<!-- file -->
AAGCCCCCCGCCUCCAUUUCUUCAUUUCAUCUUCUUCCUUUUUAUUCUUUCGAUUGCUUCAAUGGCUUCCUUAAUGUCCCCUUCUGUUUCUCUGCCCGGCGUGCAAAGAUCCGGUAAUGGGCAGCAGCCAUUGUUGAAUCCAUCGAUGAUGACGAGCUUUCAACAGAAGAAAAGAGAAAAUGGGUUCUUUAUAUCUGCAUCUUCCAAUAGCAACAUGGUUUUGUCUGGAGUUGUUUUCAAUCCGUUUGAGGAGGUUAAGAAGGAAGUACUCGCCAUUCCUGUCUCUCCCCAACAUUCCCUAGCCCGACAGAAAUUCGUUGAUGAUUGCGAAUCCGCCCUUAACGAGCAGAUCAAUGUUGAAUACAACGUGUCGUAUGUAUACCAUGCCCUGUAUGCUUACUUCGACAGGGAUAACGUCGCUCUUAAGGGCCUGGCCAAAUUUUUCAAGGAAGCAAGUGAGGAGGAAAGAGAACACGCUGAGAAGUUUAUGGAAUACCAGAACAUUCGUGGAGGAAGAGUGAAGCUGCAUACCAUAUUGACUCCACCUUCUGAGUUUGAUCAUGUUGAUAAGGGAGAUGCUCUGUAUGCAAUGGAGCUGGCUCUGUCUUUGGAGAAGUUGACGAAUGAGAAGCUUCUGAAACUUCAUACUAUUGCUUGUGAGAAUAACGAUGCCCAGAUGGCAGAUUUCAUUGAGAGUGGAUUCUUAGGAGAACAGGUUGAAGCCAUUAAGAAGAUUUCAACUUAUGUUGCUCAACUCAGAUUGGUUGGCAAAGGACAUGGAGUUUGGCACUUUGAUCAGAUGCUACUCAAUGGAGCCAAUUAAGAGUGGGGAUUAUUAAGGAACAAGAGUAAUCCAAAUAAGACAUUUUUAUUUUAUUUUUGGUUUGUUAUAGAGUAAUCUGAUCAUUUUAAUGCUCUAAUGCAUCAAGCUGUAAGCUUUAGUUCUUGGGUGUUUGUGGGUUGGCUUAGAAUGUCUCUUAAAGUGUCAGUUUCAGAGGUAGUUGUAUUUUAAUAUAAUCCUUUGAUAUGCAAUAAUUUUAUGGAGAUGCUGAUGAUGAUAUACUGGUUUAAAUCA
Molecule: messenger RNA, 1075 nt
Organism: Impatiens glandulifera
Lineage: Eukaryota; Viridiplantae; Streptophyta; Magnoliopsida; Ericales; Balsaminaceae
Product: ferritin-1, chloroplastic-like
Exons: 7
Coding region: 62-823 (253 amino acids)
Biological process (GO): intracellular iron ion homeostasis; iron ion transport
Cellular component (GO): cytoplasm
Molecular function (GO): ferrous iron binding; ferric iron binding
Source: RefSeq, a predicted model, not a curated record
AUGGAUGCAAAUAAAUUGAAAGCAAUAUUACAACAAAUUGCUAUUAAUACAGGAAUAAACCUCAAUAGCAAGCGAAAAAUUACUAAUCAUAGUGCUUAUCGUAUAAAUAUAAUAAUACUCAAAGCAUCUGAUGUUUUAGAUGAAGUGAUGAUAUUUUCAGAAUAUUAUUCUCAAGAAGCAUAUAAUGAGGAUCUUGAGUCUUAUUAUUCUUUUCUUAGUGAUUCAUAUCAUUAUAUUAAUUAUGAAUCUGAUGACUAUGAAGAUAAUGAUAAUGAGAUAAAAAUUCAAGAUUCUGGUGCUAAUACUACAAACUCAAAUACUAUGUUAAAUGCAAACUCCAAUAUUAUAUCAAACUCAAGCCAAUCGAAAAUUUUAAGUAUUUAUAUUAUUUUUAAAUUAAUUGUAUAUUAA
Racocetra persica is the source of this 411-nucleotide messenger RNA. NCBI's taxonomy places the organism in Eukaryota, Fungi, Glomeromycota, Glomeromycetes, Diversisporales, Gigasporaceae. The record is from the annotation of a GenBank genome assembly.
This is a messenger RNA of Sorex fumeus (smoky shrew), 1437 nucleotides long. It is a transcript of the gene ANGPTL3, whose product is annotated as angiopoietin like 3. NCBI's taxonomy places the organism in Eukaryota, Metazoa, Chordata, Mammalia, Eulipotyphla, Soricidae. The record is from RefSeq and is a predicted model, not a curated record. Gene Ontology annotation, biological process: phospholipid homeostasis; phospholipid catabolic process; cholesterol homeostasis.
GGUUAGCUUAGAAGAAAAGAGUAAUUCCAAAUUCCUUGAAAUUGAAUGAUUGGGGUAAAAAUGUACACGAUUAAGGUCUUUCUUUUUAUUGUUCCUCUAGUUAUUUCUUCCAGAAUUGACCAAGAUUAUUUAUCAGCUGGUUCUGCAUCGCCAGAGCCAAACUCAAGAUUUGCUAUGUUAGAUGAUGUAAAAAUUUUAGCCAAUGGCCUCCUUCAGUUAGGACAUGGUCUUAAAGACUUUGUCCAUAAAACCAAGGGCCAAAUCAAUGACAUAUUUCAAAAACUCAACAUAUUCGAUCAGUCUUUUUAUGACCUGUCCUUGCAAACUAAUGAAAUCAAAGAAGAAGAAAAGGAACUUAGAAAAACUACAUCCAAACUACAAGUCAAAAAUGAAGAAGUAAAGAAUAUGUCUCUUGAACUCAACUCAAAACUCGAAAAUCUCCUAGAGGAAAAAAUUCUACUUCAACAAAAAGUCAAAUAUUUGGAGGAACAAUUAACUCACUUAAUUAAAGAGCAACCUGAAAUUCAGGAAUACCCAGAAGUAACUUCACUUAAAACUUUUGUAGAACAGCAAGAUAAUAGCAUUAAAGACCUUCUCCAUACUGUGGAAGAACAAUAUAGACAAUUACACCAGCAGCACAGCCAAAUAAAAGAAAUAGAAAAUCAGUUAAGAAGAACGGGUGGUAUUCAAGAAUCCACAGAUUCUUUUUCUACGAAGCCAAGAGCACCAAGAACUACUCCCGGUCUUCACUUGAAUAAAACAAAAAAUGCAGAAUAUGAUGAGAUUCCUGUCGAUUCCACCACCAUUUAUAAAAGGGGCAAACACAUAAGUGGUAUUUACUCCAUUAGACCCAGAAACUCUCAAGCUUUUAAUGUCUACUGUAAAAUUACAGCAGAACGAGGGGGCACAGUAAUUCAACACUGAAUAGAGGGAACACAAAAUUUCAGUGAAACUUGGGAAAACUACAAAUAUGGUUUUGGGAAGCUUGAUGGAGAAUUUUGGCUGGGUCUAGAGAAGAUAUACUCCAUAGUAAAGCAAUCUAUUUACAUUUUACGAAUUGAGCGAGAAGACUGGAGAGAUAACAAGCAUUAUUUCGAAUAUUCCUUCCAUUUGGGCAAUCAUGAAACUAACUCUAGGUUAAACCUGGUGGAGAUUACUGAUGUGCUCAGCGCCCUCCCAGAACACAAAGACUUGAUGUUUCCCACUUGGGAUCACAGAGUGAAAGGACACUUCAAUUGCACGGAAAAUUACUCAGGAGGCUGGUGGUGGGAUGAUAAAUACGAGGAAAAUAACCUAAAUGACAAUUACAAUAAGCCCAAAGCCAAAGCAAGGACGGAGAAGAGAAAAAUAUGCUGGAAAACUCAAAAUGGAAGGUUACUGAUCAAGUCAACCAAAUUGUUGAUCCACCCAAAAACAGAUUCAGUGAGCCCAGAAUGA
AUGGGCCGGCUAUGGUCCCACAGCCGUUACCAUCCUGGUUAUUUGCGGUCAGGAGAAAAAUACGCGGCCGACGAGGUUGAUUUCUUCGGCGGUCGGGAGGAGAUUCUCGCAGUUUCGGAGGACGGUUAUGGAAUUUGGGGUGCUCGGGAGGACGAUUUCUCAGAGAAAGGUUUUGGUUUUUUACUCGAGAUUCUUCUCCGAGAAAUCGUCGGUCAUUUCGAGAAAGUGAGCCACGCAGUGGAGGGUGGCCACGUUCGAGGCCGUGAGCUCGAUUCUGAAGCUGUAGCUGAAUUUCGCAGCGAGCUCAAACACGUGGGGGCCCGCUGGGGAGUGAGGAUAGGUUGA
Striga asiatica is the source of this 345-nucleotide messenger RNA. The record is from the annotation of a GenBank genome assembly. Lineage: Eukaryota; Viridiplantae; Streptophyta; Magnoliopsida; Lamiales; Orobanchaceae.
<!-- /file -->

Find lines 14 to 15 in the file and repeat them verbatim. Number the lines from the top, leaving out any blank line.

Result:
This is a messenger RNA of Sorex fumeus (smoky shrew), 1437 nucleotides long. It is a transcript of the gene ANGPTL3, whose product is annotated as angiopoietin like 3. NCBI's taxonomy places the organism in Eukaryota, Metazoa, Chordata, Mammalia, Eulipotyphla, Soricidae. The record is from RefSeq and is a predicted model, not a curated record. Gene Ontology annotation, biological process: phospholipid homeostasis; phospholipid catabolic process; cholesterol homeostasis.
GGUUAGCUUAGAAGAAAAGAGUAAUUCCAAAUUCCUUGAAAUUGAAUGAUUGGGGUAAAAAUGUACACGAUUAAGGUCUUUCUUUUUAUUGUUCCUCUAGUUAUUUCUUCCAGAAUUGACCAAGAUUAUUUAUCAGCUGGUUCUGCAUCGCCAGAGCCAAACUCAAGAUUUGCUAUGUUAGAUGAUGUAAAAAUUUUAGCCAAUGGCCUCCUUCAGUUAGGACAUGGUCUUAAAGACUUUGUCCAUAAAACCAAGGGCCAAAUCAAUGACAUAUUUCAAAAACUCAACAUAUUCGAUCAGUCUUUUUAUGACCUGUCCUUGCAAACUAAUGAAAUCAAAGAAGAAGAAAAGGAACUUAGAAAAACUACAUCCAAACUACAAGUCAAAAAUGAAGAAGUAAAGAAUAUGUCUCUUGAACUCAACUCAAAACUCGAAAAUCUCCUAGAGGAAAAAAUUCUACUUCAACAAAAAGUCAAAUAUUUGGAGGAACAAUUAACUCACUUAAUUAAAGAGCAACCUGAAAUUCAGGAAUACCCAGAAGUAACUUCACUUAAAACUUUUGUAGAACAGCAAGAUAAUAGCAUUAAAGACCUUCUCCAUACUGUGGAAGAACAAUAUAGACAAUUACACCAGCAGCACAGCCAAAUAAAAGAAAUAGAAAAUCAGUUAAGAAGAACGGGUGGUAUUCAAGAAUCCACAGAUUCUUUUUCUACGAAGCCAAGAGCACCAAGAACUACUCCCGGUCUUCACUUGAAUAAAACAAAAAAUGCAGAAUAUGAUGAGAUUCCUGUCGAUUCCACCACCAUUUAUAAAAGGGGCAAACACAUAAGUGGUAUUUACUCCAUUAGACCCAGAAACUCUCAAGCUUUUAAUGUCUACUGUAAAAUUACAGCAGAACGAGGGGGCACAGUAAUUCAACACUGAAUAGAGGGAACACAAAAUUUCAGUGAAACUUGGGAAAACUACAAAUAUGGUUUUGGGAAGCUUGAUGGAGAAUUUUGGCUGGGUCUAGAGAAGAUAUACUCCAUAGUAAAGCAAUCUAUUUACAUUUUACGAAUUGAGCGAGAAGACUGGAGAGAUAACAAGCAUUAUUUCGAAUAUUCCUUCCAUUUGGGCAAUCAUGAAACUAACUCUAGGUUAAACCUGGUGGAGAUUACUGAUGUGCUCAGCGCCCUCCCAGAACACAAAGACUUGAUGUUUCCCACUUGGGAUCACAGAGUGAAAGGACACUUCAAUUGCACGGAAAAUUACUCAGGAGGCUGGUGGUGGGAUGAUAAAUACGAGGAAAAUAACCUAAAUGACAAUUACAAUAAGCCCAAAGCCAAAGCAAGGACGGAGAAGAGAAAAAUAUGCUGGAAAACUCAAAAUGGAAGGUUACUGAUCAAGUCAACCAAAUUGUUGAUCCACCCAAAAACAGAUUCAGUGAGCCCAGAAUGA